a microscope turret optically coupled to said image selector and one or more of said plurality of illumination sources, wherein said microscope turret is adapted to receive said first illuminating photons from said image selector and to also receive second illuminating photons having a second illuminating wavelength from said plurality of illuminating wavelengths, wherein said microscope turret is adapted to direct at least one of the first and the second illuminating photons to the sample, said microscope turret further adapted to receive said first interacted photons and to also receive second interacted photons formed from said second illuminating photons interacting with the sample, wherein said microscope turret is adapted to direct said first and said second interacted photons to said image selector;
wherein said image selector is further adapted to selectively direct said second interacted photons to one or more of said plurality of detection sources, and wherein substantially all of the interacted photons are selectively directed to at least two of said plurality of detection sources to form multiple wavelength-discriminative spectral images of the sample substantially simultaneously.
20. The imaging apparatus of claim 19, further comprising:
a microscope objective optically coupled to said microscope turret and disposed between said microscope turret and said sample, wherein said microscope objective is configured to direct said first and said second illuminating photons to the sample and to also direct said first and said second interacted photons to said microscope turret.
21. The imaging apparatus of claim 19, further comprising:
said plurality of detection sources optically coupled to said image selector.
22. The imaging apparatus of claim 21, wherein said plurality of detection sources includes two or more of the following: a video imaging apparatus; a dispersive Raman spectroscopy device; a widefield Raman imaging device; an NIR imaging device; and a fluorescence imaging device.
23. The imaging apparatus of claim 19, wherein said first and said second interacted photons comprise photons selected from the group consisting of scattered photons, reflected photons, refracted photons, emitted photons, transmitted photons, and absorbed photons.
24. The imaging apparatus of claim 19, wherein said plurality of illumination sources includes two or more of the following: a fluorescence illuminator; an NIR illuminator; a visible light illuminator; and a Raman illuminator.
25. The imaging apparatus of claim 19, wherein said plurality of illuminating wavelengths is selected from the following wavelengths: one or more wavelengths in the range of 450-700 nm; one or more wavelengths in the range of 200-550 nm; and a 785 nm wavelength.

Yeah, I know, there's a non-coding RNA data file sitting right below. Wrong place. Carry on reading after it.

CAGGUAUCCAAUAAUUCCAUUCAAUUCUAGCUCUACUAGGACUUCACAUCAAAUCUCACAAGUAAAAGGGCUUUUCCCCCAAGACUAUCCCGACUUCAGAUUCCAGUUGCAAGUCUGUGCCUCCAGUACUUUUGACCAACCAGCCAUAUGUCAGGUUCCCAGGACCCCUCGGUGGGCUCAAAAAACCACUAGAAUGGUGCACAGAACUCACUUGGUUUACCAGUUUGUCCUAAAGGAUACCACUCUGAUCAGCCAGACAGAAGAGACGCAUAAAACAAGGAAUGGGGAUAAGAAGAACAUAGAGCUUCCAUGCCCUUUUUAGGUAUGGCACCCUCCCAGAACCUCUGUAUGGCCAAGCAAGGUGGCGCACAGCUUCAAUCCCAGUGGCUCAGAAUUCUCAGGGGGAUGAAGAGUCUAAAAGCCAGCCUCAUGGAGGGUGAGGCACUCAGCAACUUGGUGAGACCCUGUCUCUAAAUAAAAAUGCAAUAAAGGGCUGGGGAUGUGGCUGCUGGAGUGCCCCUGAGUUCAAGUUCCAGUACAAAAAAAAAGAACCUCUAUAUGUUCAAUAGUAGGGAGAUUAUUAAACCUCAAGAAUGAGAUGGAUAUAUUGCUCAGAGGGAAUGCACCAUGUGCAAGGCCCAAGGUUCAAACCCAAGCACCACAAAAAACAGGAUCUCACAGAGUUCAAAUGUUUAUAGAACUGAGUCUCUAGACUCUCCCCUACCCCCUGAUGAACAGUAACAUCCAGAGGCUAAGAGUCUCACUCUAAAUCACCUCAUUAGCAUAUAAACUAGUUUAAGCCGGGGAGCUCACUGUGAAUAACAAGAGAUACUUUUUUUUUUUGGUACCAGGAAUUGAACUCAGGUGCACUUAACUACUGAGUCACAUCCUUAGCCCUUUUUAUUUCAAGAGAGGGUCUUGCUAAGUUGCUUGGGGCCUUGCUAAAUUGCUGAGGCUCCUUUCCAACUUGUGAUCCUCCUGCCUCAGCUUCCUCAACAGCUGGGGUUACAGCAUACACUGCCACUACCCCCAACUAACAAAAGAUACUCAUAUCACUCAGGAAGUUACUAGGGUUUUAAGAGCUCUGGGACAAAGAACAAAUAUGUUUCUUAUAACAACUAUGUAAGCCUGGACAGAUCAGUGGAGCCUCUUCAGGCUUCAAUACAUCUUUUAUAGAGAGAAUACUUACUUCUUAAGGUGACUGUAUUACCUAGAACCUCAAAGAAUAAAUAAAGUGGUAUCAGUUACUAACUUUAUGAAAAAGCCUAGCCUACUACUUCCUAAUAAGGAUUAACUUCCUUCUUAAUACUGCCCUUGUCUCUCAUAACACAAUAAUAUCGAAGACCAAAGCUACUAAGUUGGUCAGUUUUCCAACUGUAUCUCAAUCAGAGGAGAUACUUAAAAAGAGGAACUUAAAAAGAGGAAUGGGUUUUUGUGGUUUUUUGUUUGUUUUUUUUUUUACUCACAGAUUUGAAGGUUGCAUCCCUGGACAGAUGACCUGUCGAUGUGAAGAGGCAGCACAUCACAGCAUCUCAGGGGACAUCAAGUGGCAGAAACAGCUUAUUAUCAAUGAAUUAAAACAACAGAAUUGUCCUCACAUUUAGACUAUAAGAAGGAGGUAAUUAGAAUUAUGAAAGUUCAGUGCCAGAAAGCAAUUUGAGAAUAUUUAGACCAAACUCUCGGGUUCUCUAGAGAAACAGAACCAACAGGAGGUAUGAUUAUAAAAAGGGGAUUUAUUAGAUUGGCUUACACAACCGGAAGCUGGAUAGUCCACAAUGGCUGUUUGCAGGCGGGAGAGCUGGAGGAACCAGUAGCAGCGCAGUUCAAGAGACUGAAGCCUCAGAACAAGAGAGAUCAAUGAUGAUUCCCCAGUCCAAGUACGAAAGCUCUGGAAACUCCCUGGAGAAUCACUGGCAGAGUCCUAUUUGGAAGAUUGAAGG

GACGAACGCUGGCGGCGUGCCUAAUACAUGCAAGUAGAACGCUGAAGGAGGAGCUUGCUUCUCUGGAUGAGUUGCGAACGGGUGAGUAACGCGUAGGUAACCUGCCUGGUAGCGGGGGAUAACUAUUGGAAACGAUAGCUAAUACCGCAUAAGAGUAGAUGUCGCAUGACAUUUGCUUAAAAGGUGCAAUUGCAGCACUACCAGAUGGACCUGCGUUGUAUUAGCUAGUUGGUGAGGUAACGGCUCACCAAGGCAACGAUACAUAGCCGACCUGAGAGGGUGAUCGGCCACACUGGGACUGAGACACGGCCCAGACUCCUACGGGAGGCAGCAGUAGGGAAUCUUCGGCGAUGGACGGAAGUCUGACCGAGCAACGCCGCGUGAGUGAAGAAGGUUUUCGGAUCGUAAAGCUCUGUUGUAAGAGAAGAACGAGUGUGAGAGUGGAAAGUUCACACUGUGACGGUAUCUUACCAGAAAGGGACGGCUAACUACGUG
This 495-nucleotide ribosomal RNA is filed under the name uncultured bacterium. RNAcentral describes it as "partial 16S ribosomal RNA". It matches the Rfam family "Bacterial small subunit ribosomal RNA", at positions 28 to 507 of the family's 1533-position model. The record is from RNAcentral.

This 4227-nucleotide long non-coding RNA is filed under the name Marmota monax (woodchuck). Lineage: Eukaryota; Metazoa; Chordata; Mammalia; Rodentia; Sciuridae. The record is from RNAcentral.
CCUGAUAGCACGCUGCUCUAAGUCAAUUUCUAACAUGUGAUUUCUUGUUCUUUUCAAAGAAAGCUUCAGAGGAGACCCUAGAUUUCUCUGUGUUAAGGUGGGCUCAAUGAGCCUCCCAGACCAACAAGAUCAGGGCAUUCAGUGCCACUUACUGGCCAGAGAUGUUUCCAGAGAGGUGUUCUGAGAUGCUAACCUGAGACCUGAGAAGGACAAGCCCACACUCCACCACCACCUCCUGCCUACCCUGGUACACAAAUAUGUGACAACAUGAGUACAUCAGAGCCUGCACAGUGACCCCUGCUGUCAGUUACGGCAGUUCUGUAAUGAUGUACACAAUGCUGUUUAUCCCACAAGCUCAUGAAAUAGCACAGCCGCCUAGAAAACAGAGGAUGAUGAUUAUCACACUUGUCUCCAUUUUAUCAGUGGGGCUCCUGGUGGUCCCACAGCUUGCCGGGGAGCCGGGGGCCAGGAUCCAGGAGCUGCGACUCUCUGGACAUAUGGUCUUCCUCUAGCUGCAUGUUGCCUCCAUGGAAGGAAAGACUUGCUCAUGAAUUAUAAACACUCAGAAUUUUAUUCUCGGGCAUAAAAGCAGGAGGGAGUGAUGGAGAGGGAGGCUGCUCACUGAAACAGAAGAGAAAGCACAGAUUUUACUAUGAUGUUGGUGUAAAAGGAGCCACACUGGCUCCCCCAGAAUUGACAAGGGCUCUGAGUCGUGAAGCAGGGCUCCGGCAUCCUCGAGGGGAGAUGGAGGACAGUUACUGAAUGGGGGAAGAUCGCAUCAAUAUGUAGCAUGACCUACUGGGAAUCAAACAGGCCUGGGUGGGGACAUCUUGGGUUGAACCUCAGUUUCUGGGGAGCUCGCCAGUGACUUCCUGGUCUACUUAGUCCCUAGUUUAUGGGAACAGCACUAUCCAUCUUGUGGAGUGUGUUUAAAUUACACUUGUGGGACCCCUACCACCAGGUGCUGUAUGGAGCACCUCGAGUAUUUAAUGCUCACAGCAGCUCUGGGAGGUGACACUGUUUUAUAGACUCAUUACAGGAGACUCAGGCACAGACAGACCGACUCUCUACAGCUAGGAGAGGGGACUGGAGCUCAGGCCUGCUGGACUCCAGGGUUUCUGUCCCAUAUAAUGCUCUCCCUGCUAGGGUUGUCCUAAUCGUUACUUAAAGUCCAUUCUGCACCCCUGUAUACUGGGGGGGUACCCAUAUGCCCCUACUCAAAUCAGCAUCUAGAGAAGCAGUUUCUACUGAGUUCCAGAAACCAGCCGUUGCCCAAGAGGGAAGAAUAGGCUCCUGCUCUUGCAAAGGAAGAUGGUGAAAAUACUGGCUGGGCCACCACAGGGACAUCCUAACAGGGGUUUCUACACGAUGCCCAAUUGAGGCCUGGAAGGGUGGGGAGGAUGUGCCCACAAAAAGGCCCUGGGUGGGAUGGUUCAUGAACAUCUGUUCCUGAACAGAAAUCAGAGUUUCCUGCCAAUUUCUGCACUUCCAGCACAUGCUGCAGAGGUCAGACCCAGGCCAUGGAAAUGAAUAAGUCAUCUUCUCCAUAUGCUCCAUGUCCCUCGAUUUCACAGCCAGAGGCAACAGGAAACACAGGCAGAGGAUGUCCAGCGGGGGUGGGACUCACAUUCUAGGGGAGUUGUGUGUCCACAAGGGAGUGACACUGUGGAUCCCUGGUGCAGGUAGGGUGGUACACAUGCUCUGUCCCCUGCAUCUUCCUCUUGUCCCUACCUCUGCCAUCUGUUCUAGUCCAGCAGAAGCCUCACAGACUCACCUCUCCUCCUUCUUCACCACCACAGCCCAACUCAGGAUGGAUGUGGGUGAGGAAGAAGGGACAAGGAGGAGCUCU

Description

The instant application is a continuation of U.S. application Ser. No. 11/045,080 filed Jan. 31, 2005 now U.S. Pat. No. 7,283,241 and claims priority thereto and incorporates by reference in its entirety the specification thereof.

The instant application relates to application Ser. No. 11/045,081 filed Jan. 31, 2005 by certain of the inventors named herein, the specification of which is incorporated herein in its entirety for background information.

BACKGROUND

Spectroscopic imaging combines digital imaging and molecular spectroscopy techniques, which can include Raman scattering, fluorescence, photoluminescence, ultraviolet, visible and infrared absorption spectroscopies. When applied to the chemical analysis of materials, spectroscopic imaging is commonly referred to as chemical imaging. Instruments for performing spectroscopic (i.e. chemical) imaging typically comprise an illumination source, image gathering optics, focal plane array imaging detectors and imaging spectrometers.

In general, the sample size determines the choice of image gathering optic. For example, a microscope is typically employed for the analysis of sub micron to millimeter spatial dimension samples. For larger objects, in the range of millimeter to meter dimensions, macro lens optics are appropriate. For samples located within relatively inaccessible environments, flexible fiberscope or rigid borescopes can be employed. For very large scale objects, such as planetary objects, telescopes are appropriate image gathering optics.

For detection of images formed by the various optical systems, two-dimensional, imaging focal plane array (FPA) detectors are typically employed. The choice of FPA detector is governed by the spectroscopic technique employed to characterize the sample of interest. For example, silicon (Si) charge-coupled device (CCD) detectors or CMOS detectors are typically employed with visible wavelength fluorescence and Raman spectroscopic imaging systems, while indium gallium arsenide (InGaAs) FPA detectors are typically employed with near-infrared spectroscopic imaging systems.